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The Cid is a fair and just man, which is part of the knightly image, and he lives a good and just life. He is pious, and he commands respect, as the growth of his forces during his exile indicates. The image of the knight is also extremely brave, especially in battle, and both books hold up this image. The Cid and his men are extremely brave on the battlefield, and they support each other, as well. In one battle, one of his knights loses his horse. Simpson writes, "His lance is broken, but he grasps his sword and smites mightily, now on foot" (Simpson 33). This is one of the enduring images of the knight, that he is brave among all other things, and that he is extremely brave in battle.
Another image of the knight in both books is that they share a camaraderie and sense of working together, in their fighting and in their lifestyle. El Cid and his men are friends as well as fighters, and when they are not fighting, they take time to have fun and to enjoy each other's company. This is shown on the battlefield, during their preparation, and in their celebrations after victories. The knights were like a team, and they supported each other when they needed it. The Cid supports his followers and shares his wealth with them, indicating that he was fair and honorable, and that was a very important ideal for the knights.
These two works are very different genres, and so, they do present the knights in different lights. The Cid is clearly meant to celebrate the life of a great, heroic knight, and so, it tells the story in romantic and heroic terms. The writing, which has been translated many different times, is flowery and old-fashioned, and My Cid can do nothing wrong in the poem. He also rises to great heights, takes car of his family, regains his wealth, and defies his enemies; he is the "perfect" knight and helped create some of the ideas people have about knights and how they lived. It is not written as a true history of knighthood, like the Gies book is, and the difference between the two gives a better understanding of knights and their lives.
The Gies book is meant to be a glimpse into real history -- how the knights lived and worked, and what it was like to live in a medieval castle. Their book gives a much more balanced view of the life and work of a knight, because they have used research and study to learn about how these people lived and worked, and they want to show the good and the bad. It gives a much more complex picture of the knights and their society, while the poem gives a hint at the battles and hardships the knights endured while they were fighting and battling others, like the Moors they face in the poem.
The image of the knight is also one filled with pageantry and pomp. In recreations of medieval tournaments, there are always banners flying, shields with heraldry, and bright colored costumes. Much of this is seen in both these books too. The Gies' show a ceremony for a new knight filled with special tunics, ornate armor and weapons decorated with gold and gems, and a pageant that is worthy of any celebration today, including a great feast after religious prayers and rituals. The pageantry of the celebration indicates how important the knights were in medieval society, and the status they held, but they also help reinforce the ideal of the knight, and that they were undertaking almost a sacred duty. They had to have high ideals and embrace the chivalric code to become a successful and influential knight.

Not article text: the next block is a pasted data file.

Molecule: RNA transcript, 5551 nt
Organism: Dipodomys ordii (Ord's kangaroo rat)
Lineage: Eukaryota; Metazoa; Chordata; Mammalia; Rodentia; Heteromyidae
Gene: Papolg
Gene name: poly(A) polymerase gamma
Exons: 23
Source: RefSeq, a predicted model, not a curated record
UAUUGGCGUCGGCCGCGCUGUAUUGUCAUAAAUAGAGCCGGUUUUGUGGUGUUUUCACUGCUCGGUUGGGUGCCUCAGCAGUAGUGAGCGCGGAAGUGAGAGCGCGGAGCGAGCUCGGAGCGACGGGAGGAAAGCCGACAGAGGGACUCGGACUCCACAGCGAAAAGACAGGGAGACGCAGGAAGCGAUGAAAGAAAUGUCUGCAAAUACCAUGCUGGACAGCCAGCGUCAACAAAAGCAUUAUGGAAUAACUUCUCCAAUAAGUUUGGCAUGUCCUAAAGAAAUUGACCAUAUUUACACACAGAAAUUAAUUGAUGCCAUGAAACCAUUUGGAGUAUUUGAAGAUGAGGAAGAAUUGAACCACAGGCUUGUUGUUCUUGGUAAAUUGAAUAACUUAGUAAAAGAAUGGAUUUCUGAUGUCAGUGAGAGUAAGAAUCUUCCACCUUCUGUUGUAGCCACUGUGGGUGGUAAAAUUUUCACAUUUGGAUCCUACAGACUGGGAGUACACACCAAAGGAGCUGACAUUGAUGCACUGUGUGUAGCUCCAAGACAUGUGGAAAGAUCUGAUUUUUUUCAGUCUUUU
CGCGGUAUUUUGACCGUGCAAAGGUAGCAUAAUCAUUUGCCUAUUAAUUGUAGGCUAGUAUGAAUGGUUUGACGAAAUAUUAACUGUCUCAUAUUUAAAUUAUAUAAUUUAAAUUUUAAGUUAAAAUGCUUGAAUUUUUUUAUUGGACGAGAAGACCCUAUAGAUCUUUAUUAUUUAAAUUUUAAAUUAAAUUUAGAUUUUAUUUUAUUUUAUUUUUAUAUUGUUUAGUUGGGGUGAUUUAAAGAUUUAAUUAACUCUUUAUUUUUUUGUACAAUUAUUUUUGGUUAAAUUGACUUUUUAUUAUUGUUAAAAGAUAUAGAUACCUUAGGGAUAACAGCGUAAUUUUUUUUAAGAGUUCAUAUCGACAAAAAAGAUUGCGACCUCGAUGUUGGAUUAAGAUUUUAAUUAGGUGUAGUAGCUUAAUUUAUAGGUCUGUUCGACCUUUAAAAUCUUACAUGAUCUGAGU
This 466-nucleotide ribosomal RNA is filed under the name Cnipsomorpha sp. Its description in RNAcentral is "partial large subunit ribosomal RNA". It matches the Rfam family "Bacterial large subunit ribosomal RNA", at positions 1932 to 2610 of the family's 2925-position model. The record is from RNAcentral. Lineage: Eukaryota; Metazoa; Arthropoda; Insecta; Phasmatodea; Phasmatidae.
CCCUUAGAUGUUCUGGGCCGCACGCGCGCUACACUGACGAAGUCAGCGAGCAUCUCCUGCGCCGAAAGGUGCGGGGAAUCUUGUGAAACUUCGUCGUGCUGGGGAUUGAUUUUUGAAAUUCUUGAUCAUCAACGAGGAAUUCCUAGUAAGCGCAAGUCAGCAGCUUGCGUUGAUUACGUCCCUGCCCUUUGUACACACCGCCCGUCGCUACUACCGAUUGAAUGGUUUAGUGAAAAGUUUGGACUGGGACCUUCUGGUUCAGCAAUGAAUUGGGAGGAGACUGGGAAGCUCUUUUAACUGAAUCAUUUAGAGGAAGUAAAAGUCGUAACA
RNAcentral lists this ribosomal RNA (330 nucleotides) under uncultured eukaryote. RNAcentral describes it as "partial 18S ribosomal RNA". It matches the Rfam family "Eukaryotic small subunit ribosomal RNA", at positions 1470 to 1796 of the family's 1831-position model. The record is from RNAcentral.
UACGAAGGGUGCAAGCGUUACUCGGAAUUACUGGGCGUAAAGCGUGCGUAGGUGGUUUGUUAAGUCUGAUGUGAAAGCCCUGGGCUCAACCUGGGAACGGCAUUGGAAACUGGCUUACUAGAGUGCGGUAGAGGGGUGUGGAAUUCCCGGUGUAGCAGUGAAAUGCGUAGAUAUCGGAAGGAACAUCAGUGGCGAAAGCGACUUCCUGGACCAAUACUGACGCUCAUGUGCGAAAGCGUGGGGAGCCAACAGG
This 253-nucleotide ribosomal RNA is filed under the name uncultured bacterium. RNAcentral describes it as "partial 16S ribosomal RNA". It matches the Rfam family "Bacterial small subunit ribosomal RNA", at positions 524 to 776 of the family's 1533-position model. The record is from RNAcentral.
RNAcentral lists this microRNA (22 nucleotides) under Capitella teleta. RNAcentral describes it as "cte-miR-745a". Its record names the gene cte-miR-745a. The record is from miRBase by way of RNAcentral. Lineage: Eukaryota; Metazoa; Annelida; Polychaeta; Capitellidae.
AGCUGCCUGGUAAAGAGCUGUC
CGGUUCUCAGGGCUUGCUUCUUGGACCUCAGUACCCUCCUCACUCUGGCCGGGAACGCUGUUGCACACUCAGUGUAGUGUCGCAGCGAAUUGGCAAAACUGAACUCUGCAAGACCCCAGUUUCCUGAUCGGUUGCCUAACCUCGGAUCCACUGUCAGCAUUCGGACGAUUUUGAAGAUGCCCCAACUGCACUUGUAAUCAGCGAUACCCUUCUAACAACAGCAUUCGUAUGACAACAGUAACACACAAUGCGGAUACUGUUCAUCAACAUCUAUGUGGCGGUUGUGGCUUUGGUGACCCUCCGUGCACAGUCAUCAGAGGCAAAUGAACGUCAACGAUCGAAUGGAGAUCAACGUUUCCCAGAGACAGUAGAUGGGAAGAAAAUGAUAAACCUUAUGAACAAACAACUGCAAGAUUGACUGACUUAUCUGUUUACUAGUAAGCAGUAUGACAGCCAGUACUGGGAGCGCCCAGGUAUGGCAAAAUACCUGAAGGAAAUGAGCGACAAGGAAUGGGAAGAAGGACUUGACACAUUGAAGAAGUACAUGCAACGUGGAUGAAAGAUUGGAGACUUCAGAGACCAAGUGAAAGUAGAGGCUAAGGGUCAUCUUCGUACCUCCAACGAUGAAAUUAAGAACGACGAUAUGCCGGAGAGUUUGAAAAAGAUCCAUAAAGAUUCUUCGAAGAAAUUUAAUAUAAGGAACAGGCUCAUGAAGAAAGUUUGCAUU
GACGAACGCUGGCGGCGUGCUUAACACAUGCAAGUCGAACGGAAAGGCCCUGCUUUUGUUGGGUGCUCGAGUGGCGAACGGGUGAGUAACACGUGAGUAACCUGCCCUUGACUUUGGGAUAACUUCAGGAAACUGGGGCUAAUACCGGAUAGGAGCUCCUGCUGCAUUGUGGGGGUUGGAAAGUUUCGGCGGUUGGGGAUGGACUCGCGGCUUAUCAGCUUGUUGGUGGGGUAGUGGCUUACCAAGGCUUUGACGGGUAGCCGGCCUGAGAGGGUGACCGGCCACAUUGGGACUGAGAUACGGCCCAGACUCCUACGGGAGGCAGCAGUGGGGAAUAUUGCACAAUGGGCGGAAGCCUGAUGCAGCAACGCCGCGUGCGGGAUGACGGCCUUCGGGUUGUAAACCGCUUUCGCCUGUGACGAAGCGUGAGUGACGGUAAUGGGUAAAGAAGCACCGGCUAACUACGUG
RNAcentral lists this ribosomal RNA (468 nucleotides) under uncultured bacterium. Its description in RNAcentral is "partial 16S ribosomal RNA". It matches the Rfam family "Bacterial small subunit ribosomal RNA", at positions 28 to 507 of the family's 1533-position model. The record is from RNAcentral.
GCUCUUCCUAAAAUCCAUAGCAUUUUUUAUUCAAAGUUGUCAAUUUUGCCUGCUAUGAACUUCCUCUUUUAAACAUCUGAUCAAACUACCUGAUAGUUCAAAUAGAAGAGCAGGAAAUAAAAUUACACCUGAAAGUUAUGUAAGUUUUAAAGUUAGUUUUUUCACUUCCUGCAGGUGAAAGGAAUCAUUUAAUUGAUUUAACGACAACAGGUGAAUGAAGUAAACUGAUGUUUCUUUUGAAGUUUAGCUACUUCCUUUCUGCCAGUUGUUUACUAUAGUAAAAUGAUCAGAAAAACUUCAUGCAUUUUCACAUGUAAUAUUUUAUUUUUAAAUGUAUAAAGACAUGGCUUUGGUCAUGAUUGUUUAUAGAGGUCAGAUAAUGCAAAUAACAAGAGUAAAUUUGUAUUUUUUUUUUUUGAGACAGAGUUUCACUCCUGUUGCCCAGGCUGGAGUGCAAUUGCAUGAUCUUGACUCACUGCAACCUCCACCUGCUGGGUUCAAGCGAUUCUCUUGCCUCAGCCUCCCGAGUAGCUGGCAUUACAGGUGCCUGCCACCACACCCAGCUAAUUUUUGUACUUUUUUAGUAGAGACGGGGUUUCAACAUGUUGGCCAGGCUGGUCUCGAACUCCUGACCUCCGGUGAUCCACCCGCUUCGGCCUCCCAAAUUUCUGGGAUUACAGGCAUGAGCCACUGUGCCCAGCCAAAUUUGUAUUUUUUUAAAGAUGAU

Today, people want to believe in the heroic image of the knight, like King Arthur and his Round Table, because that is the way they have been portrayed historically, through poems like "The Poem of El Cid" and others. Yet, knights were people too, and they had the same realities and problems that others of the time endured. They were human, and they had difficult, even dangerous jobs. They helped ensure the survival of the upper classes, they fought religious crusades, and they attempted to enrich themselves with the spoils of war. Eventually, the need for knights disappeared, and they disappeared, too, leaving the defense of the homeowners to large, continental armies that fought bigger wars over bigger objectives.
In conclusion, these two works give a more complete picture of what it was like to be a knight in the Middle Ages. Much of what people "know" about knights come from epic poems like the one about My Cid and others like the "Ballad of Roland." They helped build up the myth about medieval knights, chivalry, and created a very romantic view of knights and knighthood. The realities are really very different. Knights were often mercenaries who hired themselves out to others in order to make money, and they were highly trained in fighting, weaponry, and defense. That was their main task, to defend the castle and its occupants. Knights were regarded as high-class members of society, they had their own codes and ideals, and they often died in the line of duty. They were not as romantic and glorious as they have been portrayed, but they were effective solutions to attacks and defense for several centuries before they died out. They formed the backbone of medieval society, and their ideals still make a good story today.
Gies, Joseph and Frances. Life in a Medieval Castle. New York: Harper & Row, Publishers, 1974.
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